Look at the clouds: They’re about to change

(Photo by Dion Ogust)

(Photo by Dion Ogust)

Clouds are a fascinating topic around here – especially since they are poised for a major makeover.

Most of the world has a rainy season. From California to Bombay, three months of the year deliver most of the annual rainfall. What makes our region fascinating is that we do have a cloudy season – but not a rainy season.

We receive 36 to 40 inches of rain annually. These are distributed quite evenly among the 12 months. You’d think that our cloud cover would be just as even. It isn’t. We enjoy a distinct period of mostly blue skies that envelops the summer and especially September and October – meaning right now. We’ve all noticed that this September was extraordinarily sunny. We experienced only a few cloudy days the entire month: a bit odd – but it would have been nearly unheard-of, had it happened in January.


That’s because a very interesting thing happens around November 1. Climate statistics show that our daily average cloud cover suddenly jumps from 35 percent to 65 percent virtually overnight. We go from mostly sunny to mainly overcast. This alteration is now just a couple of weeks away.

Another thing changes, cloudwise, for us. In summer, clear mornings with perhaps some early valley fog turn into afternoons with the sky peppered with individual puffy cumulus clouds. These are driven by convection: rising warm air created by the strong sun unevenly heating the ground. By late afternoon these puffballs dissipate, leaving the sky mostly clear again by sunset.

In September and October, when the sun is less strong, the cumulus tend to be less numerous and thinner, with much less vertical development. The thunderstorm potential thus plummets.

But watch what happens a couple of weeks from now when Mother Nature switches to her cold-weather mode. Quite suddenly in November – and lasting right through March – the weak sun and cold ground no longer produce upward-moving air. Individual puffy clouds become rarities. Thunderstorms are therefore scarce during our cold season. Instead, the cloud cover tends to be stratus or overcast. Visually, this is far less interesting to observe. We no longer see detailed, mutating cauliflowers overhead, but rather a single featureless gray sheet.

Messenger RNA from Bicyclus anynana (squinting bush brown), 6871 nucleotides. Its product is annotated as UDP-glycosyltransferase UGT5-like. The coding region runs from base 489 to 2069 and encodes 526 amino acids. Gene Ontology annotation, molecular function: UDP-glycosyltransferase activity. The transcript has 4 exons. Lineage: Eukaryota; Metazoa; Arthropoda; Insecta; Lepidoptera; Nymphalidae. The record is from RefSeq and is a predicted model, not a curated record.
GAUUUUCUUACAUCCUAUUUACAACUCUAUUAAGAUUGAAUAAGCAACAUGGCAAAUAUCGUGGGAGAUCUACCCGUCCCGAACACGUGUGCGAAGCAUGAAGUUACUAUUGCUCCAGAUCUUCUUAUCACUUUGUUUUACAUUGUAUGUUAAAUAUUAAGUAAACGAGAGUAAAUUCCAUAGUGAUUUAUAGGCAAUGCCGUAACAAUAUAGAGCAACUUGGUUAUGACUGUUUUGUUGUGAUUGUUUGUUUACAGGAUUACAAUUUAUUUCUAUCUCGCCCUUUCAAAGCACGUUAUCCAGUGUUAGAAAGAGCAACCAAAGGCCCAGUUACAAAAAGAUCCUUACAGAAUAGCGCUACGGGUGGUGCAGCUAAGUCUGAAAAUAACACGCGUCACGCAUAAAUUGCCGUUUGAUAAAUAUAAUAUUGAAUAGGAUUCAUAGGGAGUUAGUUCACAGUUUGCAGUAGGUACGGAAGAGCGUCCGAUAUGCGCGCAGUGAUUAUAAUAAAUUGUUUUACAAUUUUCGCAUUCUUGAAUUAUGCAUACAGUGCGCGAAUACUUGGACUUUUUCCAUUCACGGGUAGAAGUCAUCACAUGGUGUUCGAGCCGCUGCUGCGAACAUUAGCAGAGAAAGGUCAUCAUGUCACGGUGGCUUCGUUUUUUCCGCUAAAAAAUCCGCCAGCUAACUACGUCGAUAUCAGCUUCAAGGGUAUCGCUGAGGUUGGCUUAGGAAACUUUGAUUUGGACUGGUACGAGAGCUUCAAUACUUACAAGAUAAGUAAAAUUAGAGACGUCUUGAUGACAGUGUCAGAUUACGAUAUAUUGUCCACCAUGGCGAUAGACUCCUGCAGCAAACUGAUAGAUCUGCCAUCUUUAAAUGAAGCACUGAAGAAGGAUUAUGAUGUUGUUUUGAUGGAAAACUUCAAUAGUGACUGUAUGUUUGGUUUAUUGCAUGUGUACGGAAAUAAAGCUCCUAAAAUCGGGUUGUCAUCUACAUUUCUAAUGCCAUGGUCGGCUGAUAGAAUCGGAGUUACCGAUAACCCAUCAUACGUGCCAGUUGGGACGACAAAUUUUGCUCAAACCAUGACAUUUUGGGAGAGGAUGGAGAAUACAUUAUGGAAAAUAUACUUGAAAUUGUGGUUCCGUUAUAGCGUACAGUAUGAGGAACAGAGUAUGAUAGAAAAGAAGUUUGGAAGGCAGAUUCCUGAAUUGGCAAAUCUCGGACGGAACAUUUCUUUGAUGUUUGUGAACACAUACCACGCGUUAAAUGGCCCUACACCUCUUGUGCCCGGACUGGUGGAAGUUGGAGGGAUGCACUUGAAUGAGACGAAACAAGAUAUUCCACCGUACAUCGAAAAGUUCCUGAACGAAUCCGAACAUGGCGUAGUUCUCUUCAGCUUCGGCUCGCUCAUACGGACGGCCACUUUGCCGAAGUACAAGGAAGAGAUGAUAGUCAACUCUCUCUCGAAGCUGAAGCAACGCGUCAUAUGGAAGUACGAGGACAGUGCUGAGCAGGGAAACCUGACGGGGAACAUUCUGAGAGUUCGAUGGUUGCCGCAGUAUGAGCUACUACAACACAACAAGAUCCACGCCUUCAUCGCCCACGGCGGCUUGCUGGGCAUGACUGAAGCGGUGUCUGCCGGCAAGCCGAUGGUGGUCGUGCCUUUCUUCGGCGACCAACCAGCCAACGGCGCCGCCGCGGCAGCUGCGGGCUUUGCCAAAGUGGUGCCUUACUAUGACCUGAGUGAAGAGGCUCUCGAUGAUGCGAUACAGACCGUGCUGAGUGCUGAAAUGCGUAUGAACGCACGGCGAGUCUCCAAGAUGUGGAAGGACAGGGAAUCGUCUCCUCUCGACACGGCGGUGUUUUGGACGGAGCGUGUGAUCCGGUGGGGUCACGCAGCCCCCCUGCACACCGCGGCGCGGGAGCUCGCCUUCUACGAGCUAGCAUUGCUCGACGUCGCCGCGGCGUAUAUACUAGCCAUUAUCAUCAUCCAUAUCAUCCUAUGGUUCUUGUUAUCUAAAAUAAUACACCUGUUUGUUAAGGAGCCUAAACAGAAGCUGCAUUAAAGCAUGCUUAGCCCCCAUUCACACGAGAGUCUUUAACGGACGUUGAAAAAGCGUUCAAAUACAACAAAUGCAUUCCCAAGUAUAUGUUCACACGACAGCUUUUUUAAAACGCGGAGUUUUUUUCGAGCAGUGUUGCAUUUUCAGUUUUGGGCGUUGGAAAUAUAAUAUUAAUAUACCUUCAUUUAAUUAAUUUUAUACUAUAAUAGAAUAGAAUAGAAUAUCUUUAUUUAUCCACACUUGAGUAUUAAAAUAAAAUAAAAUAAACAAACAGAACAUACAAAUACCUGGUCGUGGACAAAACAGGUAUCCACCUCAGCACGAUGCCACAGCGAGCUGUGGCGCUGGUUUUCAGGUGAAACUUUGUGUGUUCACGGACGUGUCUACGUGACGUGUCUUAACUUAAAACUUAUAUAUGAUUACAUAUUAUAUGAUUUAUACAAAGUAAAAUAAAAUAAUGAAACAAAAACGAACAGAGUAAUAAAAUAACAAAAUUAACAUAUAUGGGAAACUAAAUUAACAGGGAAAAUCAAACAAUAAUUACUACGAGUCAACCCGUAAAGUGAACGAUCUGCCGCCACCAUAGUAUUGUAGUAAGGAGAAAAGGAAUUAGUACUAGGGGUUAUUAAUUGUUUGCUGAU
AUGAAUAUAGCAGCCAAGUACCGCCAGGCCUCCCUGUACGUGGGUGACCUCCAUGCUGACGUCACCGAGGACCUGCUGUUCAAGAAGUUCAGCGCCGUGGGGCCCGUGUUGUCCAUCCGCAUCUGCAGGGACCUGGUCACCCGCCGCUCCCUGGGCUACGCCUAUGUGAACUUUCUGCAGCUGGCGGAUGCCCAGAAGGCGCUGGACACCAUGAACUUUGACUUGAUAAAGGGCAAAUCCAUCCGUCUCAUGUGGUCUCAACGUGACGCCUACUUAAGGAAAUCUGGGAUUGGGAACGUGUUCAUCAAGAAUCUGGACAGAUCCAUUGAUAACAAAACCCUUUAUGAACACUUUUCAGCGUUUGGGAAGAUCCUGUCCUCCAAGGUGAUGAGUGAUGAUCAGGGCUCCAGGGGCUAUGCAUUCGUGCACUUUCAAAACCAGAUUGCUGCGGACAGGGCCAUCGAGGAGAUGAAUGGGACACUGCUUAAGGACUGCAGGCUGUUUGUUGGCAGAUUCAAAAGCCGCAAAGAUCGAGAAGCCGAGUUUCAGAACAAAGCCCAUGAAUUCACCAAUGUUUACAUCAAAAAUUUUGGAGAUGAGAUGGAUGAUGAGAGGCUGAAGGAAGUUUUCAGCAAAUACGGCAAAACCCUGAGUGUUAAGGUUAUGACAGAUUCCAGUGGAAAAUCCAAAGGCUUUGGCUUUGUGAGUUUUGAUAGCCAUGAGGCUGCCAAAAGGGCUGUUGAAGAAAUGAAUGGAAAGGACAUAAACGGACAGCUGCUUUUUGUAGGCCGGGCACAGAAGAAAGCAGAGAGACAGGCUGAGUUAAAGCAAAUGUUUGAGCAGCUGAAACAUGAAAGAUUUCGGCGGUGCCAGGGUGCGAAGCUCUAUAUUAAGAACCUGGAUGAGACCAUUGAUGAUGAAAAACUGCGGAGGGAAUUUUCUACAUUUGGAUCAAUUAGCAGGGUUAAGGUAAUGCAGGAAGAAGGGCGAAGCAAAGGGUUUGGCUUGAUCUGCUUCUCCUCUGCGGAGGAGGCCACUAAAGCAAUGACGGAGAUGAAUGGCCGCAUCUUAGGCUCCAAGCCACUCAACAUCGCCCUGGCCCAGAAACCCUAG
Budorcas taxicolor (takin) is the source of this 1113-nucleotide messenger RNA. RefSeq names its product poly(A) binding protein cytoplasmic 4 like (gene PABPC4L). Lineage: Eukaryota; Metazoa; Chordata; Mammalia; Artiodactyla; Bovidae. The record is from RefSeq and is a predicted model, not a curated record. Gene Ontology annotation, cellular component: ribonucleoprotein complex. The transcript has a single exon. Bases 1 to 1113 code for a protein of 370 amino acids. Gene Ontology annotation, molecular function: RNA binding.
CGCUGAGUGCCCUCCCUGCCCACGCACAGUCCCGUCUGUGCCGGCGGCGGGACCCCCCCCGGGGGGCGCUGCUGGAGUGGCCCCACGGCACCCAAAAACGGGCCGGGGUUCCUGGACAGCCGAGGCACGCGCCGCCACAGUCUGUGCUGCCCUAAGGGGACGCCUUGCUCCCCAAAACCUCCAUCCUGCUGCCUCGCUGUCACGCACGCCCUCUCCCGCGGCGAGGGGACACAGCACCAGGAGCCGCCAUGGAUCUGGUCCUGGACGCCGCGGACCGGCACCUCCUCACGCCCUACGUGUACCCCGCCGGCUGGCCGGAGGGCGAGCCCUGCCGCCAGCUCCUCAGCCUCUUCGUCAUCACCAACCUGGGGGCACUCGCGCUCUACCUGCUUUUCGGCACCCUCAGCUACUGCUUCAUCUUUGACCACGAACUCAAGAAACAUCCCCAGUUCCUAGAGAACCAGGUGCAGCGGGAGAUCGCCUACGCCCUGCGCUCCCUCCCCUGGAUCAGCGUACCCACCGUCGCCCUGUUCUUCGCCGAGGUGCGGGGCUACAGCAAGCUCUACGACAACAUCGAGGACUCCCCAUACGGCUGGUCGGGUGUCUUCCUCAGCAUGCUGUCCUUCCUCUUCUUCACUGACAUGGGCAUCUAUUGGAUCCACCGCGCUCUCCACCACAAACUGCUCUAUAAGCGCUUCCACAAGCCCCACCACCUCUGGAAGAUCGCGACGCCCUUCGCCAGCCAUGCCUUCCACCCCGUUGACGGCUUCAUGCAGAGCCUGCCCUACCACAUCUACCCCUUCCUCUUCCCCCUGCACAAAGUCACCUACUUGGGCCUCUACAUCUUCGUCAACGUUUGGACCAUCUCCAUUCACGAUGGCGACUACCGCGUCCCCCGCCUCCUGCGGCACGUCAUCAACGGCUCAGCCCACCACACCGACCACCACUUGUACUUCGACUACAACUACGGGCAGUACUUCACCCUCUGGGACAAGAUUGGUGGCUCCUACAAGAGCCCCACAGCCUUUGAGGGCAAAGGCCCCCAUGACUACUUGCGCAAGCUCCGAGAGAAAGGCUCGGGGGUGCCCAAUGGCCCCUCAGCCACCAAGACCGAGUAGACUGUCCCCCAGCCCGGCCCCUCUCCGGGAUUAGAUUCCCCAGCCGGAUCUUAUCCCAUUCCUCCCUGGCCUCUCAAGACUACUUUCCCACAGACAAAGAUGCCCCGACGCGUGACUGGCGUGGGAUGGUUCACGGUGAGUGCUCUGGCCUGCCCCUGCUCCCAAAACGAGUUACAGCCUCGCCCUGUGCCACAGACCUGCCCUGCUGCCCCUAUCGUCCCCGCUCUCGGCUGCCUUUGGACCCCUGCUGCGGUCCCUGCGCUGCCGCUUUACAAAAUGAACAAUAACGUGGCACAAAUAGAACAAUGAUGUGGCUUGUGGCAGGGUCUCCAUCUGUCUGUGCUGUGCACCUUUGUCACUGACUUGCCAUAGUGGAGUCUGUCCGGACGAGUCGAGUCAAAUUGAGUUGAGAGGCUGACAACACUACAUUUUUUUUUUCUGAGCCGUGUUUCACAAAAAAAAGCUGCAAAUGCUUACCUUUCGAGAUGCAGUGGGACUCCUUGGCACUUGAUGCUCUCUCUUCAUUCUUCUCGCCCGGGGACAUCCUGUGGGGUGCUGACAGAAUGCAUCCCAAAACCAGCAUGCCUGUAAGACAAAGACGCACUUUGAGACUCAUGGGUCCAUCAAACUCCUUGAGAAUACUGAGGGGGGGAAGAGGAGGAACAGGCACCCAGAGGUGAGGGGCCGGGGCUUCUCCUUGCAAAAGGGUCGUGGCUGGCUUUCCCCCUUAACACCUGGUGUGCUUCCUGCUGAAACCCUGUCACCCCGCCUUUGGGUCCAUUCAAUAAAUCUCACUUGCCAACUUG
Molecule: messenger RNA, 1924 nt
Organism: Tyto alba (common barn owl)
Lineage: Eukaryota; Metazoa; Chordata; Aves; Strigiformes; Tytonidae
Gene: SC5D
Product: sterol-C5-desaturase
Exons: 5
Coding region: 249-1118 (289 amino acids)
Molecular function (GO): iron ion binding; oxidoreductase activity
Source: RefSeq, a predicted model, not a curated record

It’s odd that this striking annual pattern, parading overhead throughout our lives, tends to go unnoticed. However, since this dramatic increase in cloudiness and concomitant absence of sunshine happens at the same time that the very hours of daylight shrink to their yearly minimal, the gloom factor is psychologically inescapable. Coming as it does when the cold air chases away most of the birds, all the colorful flowers and all the deciduous leaves, the visual spectrum shrinks to muted hues and gray shades. Simultaneously, the crickets, peepers and the other zoological soundtracks go to “mute.” Our olfactory sense, too, becomes comatose in frigid air.

The outdoor environment becomes a sensory deprivation chamber. Only the tactile sense gets boosted, since winds are much stronger during the cold months; but few can honestly claim to enjoy the icy gusts. Some say that – despite all this – they love the winter. You have to salute these human outliers, since Seasonal Affective Disorder envelops 15 percent of the population.

For most of us, the solution is obvious: We must fill our leisure hours by going out to more restaurants. We must get fatter.

Want to learn more? To read Bob Berman’s previous “Night Sky” columns, visit our Almanac Weekly website at HudsonValleyAlmanacWeekly.com.